The state's unemployment rate fell to 6% from 6.2% in May, as the number of unemployed people declined by nearly 8,000 to 151.967, according to the Maryland Department of Economic and Employment Development.
The number of unemployed persons in Maryland is 16,300 fewer than in May 1992.
"The drop in the state's unemployment rate and the increasing work hours and wages for Marylanders are favorable signs that show that the state's economy continues to improve," said Mark L. Wasserman, the department's secretary.
The average working week in the state increased to 41.2 hours in May from 40.7 hours in April. The department in its report noted that an increase in the average work week is usually a precursor to future hiring.
In addition, payroll employment increased in May by 22,000 jobs, which the department attributed to seasonal job increases in retail trade and services.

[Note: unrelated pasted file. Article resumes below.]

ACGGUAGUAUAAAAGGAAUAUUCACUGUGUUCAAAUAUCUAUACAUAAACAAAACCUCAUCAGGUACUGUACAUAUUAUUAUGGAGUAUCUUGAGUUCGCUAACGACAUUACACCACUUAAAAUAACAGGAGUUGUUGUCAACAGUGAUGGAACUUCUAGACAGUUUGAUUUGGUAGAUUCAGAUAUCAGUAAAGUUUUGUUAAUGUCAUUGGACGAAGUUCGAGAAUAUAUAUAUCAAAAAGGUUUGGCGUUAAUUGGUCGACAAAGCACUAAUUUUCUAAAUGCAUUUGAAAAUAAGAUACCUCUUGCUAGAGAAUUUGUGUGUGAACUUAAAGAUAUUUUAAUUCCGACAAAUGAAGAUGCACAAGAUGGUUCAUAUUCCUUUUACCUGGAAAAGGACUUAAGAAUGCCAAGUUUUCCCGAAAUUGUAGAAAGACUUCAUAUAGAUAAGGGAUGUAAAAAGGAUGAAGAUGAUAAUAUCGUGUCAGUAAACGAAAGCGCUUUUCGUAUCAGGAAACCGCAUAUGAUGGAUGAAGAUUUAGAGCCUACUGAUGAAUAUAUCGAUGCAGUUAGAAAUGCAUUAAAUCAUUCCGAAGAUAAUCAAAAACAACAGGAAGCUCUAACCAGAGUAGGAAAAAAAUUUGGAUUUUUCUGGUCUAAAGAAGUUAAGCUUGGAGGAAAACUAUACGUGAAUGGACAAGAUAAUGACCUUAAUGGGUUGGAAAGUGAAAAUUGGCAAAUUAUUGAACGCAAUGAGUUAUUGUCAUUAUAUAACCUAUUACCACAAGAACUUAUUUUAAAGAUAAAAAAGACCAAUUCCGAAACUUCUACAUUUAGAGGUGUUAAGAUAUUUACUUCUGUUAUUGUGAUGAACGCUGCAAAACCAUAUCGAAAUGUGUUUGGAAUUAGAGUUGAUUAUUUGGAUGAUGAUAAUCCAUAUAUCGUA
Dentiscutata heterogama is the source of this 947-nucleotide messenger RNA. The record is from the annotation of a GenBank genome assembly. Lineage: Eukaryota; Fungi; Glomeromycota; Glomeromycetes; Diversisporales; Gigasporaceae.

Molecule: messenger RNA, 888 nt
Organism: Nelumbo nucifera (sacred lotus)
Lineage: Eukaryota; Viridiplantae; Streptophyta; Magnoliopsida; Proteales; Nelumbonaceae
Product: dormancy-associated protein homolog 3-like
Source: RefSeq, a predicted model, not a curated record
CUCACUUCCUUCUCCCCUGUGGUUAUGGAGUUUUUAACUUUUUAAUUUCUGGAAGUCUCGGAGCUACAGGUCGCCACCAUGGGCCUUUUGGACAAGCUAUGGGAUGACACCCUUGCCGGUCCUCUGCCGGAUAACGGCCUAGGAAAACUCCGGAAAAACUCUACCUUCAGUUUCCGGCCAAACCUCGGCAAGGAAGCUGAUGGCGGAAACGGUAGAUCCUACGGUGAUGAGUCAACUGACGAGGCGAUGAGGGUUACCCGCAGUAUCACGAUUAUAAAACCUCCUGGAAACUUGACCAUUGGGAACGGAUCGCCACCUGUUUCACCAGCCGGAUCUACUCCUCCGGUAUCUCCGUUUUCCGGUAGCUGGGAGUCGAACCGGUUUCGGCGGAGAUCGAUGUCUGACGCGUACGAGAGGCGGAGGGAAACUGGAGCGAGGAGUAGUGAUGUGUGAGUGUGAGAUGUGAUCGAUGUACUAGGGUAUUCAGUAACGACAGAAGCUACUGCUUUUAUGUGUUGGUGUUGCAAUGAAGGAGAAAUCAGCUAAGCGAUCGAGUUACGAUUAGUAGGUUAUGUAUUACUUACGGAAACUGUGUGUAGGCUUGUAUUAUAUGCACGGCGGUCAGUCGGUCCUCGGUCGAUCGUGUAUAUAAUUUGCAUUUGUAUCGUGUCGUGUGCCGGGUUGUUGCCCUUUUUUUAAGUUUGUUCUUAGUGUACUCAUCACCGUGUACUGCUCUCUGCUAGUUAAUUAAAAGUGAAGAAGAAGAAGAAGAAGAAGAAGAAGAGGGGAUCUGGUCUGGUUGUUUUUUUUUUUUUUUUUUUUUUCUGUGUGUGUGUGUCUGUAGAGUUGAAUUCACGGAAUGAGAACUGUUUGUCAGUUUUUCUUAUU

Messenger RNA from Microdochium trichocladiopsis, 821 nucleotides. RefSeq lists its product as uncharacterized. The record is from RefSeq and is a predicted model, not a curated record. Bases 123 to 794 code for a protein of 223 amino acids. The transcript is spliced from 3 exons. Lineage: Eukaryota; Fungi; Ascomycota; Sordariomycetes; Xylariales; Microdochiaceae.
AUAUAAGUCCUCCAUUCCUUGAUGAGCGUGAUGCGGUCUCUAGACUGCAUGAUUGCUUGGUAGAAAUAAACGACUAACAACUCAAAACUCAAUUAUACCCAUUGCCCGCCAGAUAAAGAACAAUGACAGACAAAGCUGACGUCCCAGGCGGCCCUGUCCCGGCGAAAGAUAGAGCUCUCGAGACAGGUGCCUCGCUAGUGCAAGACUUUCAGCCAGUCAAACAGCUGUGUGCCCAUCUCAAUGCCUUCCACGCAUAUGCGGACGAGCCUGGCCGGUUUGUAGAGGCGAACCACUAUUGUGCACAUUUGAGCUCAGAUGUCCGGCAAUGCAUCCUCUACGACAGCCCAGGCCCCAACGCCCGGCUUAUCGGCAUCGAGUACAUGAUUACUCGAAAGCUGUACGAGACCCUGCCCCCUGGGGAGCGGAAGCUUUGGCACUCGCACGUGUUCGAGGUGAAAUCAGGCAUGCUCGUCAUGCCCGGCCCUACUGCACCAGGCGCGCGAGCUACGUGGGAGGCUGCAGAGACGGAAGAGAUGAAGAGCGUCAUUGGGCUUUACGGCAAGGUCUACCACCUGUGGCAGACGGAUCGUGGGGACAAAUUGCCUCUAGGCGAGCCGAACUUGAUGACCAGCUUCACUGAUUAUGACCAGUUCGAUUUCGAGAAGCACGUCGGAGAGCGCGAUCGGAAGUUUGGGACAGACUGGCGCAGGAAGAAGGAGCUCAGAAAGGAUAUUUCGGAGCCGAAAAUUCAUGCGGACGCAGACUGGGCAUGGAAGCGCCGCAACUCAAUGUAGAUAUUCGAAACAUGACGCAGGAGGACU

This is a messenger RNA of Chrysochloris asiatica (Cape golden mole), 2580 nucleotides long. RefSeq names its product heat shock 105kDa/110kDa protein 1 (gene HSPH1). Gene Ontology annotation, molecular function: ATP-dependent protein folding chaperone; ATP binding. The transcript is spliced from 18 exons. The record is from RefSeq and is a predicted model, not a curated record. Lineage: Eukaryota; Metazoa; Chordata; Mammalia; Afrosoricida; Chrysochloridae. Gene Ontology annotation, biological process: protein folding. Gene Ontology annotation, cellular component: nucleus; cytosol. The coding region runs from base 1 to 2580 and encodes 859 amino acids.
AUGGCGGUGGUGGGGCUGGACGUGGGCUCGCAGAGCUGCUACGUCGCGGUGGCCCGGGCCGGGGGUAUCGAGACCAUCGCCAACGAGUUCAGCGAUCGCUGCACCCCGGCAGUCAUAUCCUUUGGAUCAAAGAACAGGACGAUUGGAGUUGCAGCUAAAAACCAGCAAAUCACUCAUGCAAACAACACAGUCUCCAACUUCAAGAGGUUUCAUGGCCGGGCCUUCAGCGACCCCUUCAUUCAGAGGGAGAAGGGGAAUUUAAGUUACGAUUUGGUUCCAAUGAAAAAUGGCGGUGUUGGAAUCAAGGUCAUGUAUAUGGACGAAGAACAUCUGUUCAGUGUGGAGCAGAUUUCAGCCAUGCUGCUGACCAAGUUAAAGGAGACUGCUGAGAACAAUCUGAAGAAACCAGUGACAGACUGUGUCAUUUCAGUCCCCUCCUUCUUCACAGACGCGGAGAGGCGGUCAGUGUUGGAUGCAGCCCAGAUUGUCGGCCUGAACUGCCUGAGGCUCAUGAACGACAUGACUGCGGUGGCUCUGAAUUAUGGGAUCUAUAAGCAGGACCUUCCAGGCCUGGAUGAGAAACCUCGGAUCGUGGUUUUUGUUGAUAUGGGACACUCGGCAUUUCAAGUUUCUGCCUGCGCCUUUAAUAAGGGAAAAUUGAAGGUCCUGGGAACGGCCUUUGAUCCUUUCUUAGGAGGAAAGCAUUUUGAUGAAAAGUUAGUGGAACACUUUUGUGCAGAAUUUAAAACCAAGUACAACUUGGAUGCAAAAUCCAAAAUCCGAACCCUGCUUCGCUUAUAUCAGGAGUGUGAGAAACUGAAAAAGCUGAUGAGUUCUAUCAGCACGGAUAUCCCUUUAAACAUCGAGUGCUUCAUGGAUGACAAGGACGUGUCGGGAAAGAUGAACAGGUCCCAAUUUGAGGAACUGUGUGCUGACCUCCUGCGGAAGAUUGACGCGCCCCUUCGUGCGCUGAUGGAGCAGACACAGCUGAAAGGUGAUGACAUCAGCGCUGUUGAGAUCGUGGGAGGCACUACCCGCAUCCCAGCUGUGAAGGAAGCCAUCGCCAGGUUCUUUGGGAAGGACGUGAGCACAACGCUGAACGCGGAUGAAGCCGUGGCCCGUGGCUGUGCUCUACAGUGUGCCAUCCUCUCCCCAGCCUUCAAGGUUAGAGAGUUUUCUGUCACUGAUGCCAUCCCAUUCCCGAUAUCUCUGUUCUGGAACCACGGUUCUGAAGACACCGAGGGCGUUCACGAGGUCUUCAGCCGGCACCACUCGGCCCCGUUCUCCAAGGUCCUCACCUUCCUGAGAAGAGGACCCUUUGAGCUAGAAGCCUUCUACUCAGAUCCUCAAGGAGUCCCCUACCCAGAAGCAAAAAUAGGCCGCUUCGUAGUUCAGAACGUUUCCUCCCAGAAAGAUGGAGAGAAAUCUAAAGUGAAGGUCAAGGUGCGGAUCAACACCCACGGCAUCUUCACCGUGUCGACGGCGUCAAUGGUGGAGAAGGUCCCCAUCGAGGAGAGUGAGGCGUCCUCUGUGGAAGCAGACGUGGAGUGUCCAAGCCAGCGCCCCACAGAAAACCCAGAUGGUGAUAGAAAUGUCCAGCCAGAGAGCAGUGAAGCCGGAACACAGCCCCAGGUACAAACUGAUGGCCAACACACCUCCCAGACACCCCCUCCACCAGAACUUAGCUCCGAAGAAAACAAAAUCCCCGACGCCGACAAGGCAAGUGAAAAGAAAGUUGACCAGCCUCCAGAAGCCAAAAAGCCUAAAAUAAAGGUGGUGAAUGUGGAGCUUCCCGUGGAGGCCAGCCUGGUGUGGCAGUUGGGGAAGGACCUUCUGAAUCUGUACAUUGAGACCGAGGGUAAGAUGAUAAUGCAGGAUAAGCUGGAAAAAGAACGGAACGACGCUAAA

While the employment picture in Maryland is looking better, those who are unemployed in the state and elsewhere may find their benefits diminished. Beginning July 11, individuals applying for federal emergency unemployment compensation benefits will be eligible for only up to 10 extra weeks of benefits, compared with 20 earlier.
Extended benefits are available only after claimants have exhausted 26 weeks of regular state unemployment benefits. The reduction in federal relief is due to a drop in the national two-month average seasonally adjusted total unemployment rate, which was 6.93% for May and June. When the two-month average falls under 7%, federal law requires a reduction in benefits to 10 weeks from 20.